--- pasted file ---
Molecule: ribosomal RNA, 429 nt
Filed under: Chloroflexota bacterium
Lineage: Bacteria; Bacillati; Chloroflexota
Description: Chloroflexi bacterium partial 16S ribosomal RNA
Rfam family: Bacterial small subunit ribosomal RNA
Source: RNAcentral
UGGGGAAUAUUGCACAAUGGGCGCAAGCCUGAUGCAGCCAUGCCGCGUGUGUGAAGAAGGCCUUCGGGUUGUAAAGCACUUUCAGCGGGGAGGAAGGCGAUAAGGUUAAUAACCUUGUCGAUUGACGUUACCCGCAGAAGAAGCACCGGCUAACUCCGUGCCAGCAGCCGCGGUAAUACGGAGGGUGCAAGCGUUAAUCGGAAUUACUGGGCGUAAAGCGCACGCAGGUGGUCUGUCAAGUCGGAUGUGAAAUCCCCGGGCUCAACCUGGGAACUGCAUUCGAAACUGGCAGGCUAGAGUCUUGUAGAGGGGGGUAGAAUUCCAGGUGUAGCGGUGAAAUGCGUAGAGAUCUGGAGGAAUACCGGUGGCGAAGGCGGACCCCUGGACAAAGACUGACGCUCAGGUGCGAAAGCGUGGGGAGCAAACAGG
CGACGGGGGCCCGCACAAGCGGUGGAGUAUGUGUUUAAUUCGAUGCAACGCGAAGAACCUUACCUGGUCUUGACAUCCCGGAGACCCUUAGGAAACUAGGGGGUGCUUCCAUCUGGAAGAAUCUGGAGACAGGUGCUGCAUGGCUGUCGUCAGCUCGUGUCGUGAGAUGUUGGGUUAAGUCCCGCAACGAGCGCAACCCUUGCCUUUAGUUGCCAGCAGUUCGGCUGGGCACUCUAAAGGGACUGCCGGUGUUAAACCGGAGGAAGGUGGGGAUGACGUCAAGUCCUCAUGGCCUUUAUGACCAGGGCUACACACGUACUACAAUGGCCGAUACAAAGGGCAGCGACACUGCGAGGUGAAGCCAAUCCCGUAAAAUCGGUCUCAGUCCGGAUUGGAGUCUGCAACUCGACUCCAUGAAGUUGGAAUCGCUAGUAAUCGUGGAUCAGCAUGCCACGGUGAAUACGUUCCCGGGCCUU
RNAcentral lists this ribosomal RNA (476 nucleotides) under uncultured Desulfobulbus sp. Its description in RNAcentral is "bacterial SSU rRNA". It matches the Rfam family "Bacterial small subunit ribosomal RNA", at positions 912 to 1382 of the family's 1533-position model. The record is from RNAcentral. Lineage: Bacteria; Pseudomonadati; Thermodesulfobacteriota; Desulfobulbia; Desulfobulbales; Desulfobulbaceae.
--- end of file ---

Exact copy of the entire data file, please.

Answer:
Molecule: ribosomal RNA, 429 nt
Filed under: Chloroflexota bacterium
Lineage: Bacteria; Bacillati; Chloroflexota
Description: Chloroflexi bacterium partial 16S ribosomal RNA
Rfam family: Bacterial small subunit ribosomal RNA
Source: RNAcentral
UGGGGAAUAUUGCACAAUGGGCGCAAGCCUGAUGCAGCCAUGCCGCGUGUGUGAAGAAGGCCUUCGGGUUGUAAAGCACUUUCAGCGGGGAGGAAGGCGAUAAGGUUAAUAACCUUGUCGAUUGACGUUACCCGCAGAAGAAGCACCGGCUAACUCCGUGCCAGCAGCCGCGGUAAUACGGAGGGUGCAAGCGUUAAUCGGAAUUACUGGGCGUAAAGCGCACGCAGGUGGUCUGUCAAGUCGGAUGUGAAAUCCCCGGGCUCAACCUGGGAACUGCAUUCGAAACUGGCAGGCUAGAGUCUUGUAGAGGGGGGUAGAAUUCCAGGUGUAGCGGUGAAAUGCGUAGAGAUCUGGAGGAAUACCGGUGGCGAAGGCGGACCCCUGGACAAAGACUGACGCUCAGGUGCGAAAGCGUGGGGAGCAAACAGG
CGACGGGGGCCCGCACAAGCGGUGGAGUAUGUGUUUAAUUCGAUGCAACGCGAAGAACCUUACCUGGUCUUGACAUCCCGGAGACCCUUAGGAAACUAGGGGGUGCUUCCAUCUGGAAGAAUCUGGAGACAGGUGCUGCAUGGCUGUCGUCAGCUCGUGUCGUGAGAUGUUGGGUUAAGUCCCGCAACGAGCGCAACCCUUGCCUUUAGUUGCCAGCAGUUCGGCUGGGCACUCUAAAGGGACUGCCGGUGUUAAACCGGAGGAAGGUGGGGAUGACGUCAAGUCCUCAUGGCCUUUAUGACCAGGGCUACACACGUACUACAAUGGCCGAUACAAAGGGCAGCGACACUGCGAGGUGAAGCCAAUCCCGUAAAAUCGGUCUCAGUCCGGAUUGGAGUCUGCAACUCGACUCCAUGAAGUUGGAAUCGCUAGUAAUCGUGGAUCAGCAUGCCACGGUGAAUACGUUCCCGGGCCUU
RNAcentral lists this ribosomal RNA (476 nucleotides) under uncultured Desulfobulbus sp. Its description in RNAcentral is "bacterial SSU rRNA". It matches the Rfam family "Bacterial small subunit ribosomal RNA", at positions 912 to 1382 of the family's 1533-position model. The record is from RNAcentral. Lineage: Bacteria; Pseudomonadati; Thermodesulfobacteriota; Desulfobulbia; Desulfobulbales; Desulfobulbaceae.